Connect with us


Bank Teller Prevents Internet Scam By Asking A Few Simple Questions



Quick Smiles:

  • An Australian bank teller saves a woman from a potential financial disaster caused by an internet scam.
  • The bank’s training encourages employees to question unusual transactions, a strategy that proved successful in this case.
  • The bank’s Head of Fraud and Financial Crime Insights, Ben Young, emphasizes the importance of personal interaction in the banking industry.

In a world where scams are becoming increasingly common, one Australian bank teller’s quick thinking and intuition saved a woman from a potentially devastating financial situation. The woman, in her 70s, had been unknowingly caught up in an internet scam.

The bank, known for its rigorous training that encourages employees to question any suspicious transactions, was the stage for this rescue operation. The teller’s suspicions were aroused when she noticed the elderly woman seemed nervous about selling her home and cancelling her home insurance with the bank.

“When I asked her why she was planning to sell, she said she needed to ‘help her son’,” said Mariana Karbowski, the teller at the Liverpool Branch.

However, upon further questioning, Karbowski discovered the woman was planning to sell her home to free her online boyfriend from an overseas prison.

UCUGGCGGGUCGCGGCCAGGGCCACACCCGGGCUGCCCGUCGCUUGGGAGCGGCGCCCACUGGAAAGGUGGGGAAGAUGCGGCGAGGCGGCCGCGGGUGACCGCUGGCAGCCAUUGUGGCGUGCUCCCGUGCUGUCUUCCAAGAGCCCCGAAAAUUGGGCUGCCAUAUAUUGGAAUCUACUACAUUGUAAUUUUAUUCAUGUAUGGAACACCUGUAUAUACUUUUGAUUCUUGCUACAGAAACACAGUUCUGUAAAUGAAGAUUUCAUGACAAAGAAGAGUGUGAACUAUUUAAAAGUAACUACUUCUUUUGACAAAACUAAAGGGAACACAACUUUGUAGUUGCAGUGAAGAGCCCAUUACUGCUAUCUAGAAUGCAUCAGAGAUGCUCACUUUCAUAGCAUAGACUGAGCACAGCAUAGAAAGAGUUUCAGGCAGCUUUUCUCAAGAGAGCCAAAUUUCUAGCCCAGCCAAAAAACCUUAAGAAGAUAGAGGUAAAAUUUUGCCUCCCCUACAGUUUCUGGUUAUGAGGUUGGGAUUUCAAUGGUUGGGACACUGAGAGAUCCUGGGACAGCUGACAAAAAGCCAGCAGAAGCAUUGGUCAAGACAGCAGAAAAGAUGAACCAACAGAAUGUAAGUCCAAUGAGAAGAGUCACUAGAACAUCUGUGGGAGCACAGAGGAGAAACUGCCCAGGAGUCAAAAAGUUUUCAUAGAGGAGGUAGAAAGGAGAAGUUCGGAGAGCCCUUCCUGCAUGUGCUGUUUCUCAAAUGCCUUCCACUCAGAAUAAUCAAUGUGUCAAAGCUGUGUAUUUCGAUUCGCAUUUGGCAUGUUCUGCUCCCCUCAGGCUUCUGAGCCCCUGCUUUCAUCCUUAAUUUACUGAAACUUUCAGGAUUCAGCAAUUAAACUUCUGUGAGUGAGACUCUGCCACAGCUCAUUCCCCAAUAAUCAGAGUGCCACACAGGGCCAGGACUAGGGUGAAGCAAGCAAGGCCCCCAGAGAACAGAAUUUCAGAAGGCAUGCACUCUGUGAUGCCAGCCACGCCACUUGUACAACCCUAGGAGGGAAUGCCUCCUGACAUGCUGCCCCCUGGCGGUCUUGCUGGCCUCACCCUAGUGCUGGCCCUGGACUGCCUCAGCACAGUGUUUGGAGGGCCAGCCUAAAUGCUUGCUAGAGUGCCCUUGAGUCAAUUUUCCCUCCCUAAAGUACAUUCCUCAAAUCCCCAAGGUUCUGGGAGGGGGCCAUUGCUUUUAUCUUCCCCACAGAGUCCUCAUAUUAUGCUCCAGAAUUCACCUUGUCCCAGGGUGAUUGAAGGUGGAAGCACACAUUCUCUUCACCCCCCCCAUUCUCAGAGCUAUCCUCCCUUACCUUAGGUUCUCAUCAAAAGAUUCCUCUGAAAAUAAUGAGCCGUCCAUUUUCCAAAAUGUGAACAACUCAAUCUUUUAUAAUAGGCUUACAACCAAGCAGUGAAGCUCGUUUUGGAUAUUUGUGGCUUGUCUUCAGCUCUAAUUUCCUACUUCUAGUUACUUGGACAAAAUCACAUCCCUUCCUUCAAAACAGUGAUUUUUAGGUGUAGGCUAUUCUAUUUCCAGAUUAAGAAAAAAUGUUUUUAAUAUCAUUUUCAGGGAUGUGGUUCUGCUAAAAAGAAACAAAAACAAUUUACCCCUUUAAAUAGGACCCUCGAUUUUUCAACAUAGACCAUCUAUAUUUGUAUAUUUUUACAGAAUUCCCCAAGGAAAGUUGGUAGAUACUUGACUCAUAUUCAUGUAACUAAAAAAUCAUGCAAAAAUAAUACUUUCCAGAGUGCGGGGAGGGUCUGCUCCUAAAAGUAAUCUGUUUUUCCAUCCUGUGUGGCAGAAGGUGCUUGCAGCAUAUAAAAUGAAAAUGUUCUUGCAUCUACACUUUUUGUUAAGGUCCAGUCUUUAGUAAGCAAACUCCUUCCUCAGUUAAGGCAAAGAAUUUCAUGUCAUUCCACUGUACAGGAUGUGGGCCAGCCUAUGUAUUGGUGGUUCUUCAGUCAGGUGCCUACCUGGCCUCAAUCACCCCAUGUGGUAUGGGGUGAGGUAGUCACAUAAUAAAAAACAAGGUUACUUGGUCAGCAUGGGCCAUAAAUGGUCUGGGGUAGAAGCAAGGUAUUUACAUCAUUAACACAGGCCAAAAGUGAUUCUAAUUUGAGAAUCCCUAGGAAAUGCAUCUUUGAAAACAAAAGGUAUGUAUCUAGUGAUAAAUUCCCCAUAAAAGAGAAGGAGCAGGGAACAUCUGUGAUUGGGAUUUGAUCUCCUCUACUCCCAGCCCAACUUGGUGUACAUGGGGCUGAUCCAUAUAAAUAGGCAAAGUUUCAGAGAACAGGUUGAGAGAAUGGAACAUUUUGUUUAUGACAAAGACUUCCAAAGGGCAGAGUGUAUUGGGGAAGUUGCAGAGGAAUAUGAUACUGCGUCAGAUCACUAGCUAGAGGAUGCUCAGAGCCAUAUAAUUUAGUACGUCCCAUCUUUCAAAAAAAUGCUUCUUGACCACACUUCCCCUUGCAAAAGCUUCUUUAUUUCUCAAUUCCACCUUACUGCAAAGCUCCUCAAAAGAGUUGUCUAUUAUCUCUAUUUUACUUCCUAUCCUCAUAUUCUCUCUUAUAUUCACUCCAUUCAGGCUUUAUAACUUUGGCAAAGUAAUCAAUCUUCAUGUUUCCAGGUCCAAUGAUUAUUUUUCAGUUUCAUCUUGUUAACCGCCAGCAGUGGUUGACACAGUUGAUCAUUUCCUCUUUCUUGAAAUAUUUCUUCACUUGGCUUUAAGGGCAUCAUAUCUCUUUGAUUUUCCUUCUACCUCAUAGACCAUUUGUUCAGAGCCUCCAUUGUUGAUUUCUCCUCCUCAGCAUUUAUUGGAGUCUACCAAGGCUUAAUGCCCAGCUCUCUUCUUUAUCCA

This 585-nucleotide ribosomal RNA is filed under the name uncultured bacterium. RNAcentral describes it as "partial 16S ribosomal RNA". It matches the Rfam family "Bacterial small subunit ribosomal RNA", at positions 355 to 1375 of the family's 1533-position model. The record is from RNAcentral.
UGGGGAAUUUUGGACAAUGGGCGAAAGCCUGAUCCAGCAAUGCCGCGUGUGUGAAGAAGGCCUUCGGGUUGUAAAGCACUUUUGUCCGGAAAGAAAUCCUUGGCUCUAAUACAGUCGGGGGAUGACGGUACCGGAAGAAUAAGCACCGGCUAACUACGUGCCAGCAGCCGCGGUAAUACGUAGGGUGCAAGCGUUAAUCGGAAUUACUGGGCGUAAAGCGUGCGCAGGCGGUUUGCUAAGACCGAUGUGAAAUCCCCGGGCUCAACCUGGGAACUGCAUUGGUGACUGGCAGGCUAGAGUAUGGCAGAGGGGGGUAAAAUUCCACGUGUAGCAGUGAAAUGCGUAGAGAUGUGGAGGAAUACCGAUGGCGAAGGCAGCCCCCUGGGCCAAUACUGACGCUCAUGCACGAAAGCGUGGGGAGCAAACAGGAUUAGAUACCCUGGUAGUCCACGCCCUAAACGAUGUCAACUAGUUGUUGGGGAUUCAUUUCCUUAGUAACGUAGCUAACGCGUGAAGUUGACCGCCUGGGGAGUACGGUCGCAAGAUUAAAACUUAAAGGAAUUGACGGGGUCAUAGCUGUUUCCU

“My next question was, please tell me the last time he took you out for a coffee, and she said, ‘Actually, never, we met online,’” Karbowski shared.

Karbowski, whose own father had been scammed out of millions, decided to run a reverse image search on Google of the man the woman claimed was her internet boyfriend. She discovered that many of the photos the client received from the man were online but with different names.


“We cried together and I walked her to the police station to report it,” she said, “We care and when we see those red flags, we act.”

Internet scamming and fraud is a global black market that siphons off tens of billions. It’s the training and insight of employees like Karbowski that the bank’s Head of Fraud and Financial Crime Insights, Ben Young, hopes to incorporate into a new security feature on the bank’s online banking suite.

This feature, powered by AI, will ask the sort of questions that you would ask a loved one if they told you: “I’m about to send $50,000 to some foreign corner of the world.” If the AI is not satisfied with the transaction, it will block it and notify the fraud department who will then reach out to the client and discuss the transaction.

While it may seem like an intrusive invasion of personal decision-making, scammers and fraudsters often target people who are not of sound mind, such as those with dementia, those who live alone, or internet illiterates.

This incident serves as a reminder of the importance of personal interaction in the banking industry, a sentiment echoed by Ben Young, and a regrettable loss of branch closures across the country. It also underscores the need for vigilance and the importance of asking the right questions to protect ourselves and our loved ones from potential scams.